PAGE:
The only New World representative of the family of long-tailed tits (Aegithalidae), the Bushtit is a very small, drab-gray bird with a long tail and a social nature. Throughout its range, which is primarily limited to the western parts of North America and the highlands of Central America, it is a common resident year-round, and often observed in flocks of 3 to more than 40 conspecifics or in mixed-species flocks. It prefers oak (Quercus spp.)-pine (Pinus spp.) forests in the mountains and shrub vegetation in the coastal region of its range and forages by gleaning insects from foliage, often upside down in the manner of chickadees (Poecile spp.).
Appearance is variable, with some individuals possessing black ear coverts. For many years, the black-eared and the plain-eared forms of the Bushtit were separated into 2 distinct species (Psaltriparus melanotis and P. minimus, respectively). However, it is now clear that the amount of black in the face is a polymorphism, the frequency of which varies geographically. In general, it occurs commonly in the extreme southern populations, is absent in the north, and is more common in males than in females (Raitt 1967).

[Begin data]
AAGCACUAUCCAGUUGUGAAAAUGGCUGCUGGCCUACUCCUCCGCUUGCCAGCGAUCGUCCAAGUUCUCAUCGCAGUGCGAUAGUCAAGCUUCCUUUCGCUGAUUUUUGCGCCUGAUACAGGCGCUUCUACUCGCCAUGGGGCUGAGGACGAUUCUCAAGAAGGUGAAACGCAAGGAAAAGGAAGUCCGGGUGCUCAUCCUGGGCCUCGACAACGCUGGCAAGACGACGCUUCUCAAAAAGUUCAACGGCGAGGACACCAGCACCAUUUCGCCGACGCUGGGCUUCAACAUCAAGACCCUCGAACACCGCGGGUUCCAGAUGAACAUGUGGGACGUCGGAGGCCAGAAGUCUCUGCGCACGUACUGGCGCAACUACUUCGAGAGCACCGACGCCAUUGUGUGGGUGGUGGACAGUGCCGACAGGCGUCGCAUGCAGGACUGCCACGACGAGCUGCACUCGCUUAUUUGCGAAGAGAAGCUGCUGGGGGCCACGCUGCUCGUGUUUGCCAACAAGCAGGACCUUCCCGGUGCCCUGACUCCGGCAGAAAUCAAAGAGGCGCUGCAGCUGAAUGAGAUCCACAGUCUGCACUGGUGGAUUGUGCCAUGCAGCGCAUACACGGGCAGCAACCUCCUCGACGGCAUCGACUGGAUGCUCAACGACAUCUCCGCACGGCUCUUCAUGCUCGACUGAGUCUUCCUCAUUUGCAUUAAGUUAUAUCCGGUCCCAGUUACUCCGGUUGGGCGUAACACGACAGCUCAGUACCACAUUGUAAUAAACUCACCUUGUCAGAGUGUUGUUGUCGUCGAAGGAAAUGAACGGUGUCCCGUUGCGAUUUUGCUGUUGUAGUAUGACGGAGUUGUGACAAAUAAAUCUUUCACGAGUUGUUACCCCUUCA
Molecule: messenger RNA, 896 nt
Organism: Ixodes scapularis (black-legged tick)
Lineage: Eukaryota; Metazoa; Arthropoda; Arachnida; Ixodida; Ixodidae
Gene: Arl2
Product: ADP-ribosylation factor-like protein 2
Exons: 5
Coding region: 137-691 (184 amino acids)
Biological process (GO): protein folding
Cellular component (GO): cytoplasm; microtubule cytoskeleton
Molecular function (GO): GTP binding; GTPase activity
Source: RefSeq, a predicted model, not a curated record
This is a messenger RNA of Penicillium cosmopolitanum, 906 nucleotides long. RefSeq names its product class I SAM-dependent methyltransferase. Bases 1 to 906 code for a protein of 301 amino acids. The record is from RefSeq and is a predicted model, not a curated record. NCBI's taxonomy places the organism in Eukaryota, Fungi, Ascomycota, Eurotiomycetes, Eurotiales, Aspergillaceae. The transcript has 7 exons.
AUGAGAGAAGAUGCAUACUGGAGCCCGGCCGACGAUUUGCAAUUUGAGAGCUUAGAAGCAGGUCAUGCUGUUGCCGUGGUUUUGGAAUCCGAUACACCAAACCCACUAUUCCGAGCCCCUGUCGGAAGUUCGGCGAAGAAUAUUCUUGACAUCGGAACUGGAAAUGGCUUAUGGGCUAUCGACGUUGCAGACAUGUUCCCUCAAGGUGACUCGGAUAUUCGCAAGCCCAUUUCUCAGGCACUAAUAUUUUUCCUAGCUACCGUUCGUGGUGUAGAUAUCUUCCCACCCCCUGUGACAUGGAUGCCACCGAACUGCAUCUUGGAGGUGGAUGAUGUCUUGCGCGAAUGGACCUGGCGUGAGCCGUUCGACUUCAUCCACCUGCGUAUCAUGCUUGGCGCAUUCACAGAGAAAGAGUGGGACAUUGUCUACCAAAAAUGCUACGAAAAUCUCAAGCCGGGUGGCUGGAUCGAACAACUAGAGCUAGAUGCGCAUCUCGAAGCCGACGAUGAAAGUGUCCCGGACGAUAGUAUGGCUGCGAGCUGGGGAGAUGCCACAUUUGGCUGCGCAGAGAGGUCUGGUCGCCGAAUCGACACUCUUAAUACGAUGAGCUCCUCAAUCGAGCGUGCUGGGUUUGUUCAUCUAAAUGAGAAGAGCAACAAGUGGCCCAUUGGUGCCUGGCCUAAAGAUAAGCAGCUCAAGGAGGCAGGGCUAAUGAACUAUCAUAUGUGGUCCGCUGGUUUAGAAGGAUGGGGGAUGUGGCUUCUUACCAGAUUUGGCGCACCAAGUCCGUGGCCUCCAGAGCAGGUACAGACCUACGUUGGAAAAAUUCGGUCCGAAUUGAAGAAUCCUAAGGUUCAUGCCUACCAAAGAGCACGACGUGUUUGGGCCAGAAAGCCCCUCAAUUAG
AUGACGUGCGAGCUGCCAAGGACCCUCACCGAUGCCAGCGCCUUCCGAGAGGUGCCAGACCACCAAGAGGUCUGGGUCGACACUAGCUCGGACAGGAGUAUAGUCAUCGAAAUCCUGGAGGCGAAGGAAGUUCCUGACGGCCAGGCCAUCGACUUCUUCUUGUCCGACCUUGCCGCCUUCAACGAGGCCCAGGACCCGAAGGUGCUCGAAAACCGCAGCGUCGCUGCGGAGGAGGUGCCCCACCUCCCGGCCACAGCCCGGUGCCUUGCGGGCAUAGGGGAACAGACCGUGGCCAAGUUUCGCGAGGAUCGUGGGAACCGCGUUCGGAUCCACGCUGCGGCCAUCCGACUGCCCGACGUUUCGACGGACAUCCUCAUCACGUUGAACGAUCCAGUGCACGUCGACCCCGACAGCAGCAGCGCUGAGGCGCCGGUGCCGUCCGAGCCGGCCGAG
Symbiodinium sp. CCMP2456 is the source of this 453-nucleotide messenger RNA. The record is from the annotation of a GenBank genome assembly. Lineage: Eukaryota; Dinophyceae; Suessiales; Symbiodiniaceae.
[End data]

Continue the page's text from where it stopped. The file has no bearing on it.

One of the first birds ever described as having “helpers at the nest” (Guatemala; Skutch 1935), the Bushtit varies considerably in this behavior, geographically and from year to year. In coastal areas of California, nest supernumeraries, individuals above and beyond the primary breeding pair, are rare (Addicott 1938, Ervin 1974). However, in the Chiricahua Mountains of southeastern Arizona, an average of 37% of nests have supernumeraries (Sloane Sloane 1992, Sloane 1996). These extra individuals can be male or female, juvenile or adult. The majority are adult males that either are unmated or have lost a nest. Some of these individuals may be contributing genetically to the nest, making Bushtits potentially polygynous, polyandrous, or polygynandrous in most years (Sloane Sloane 1992, Sloane 1996; but see Bruce et al. 1996). The key to this unusual social system may lie in Bushtit physiology and the behavioral mechanisms, such as huddling and the building of heavily insulated nests, that they use to cope with cold (Sloane Sloane 1992, Sloane 1996).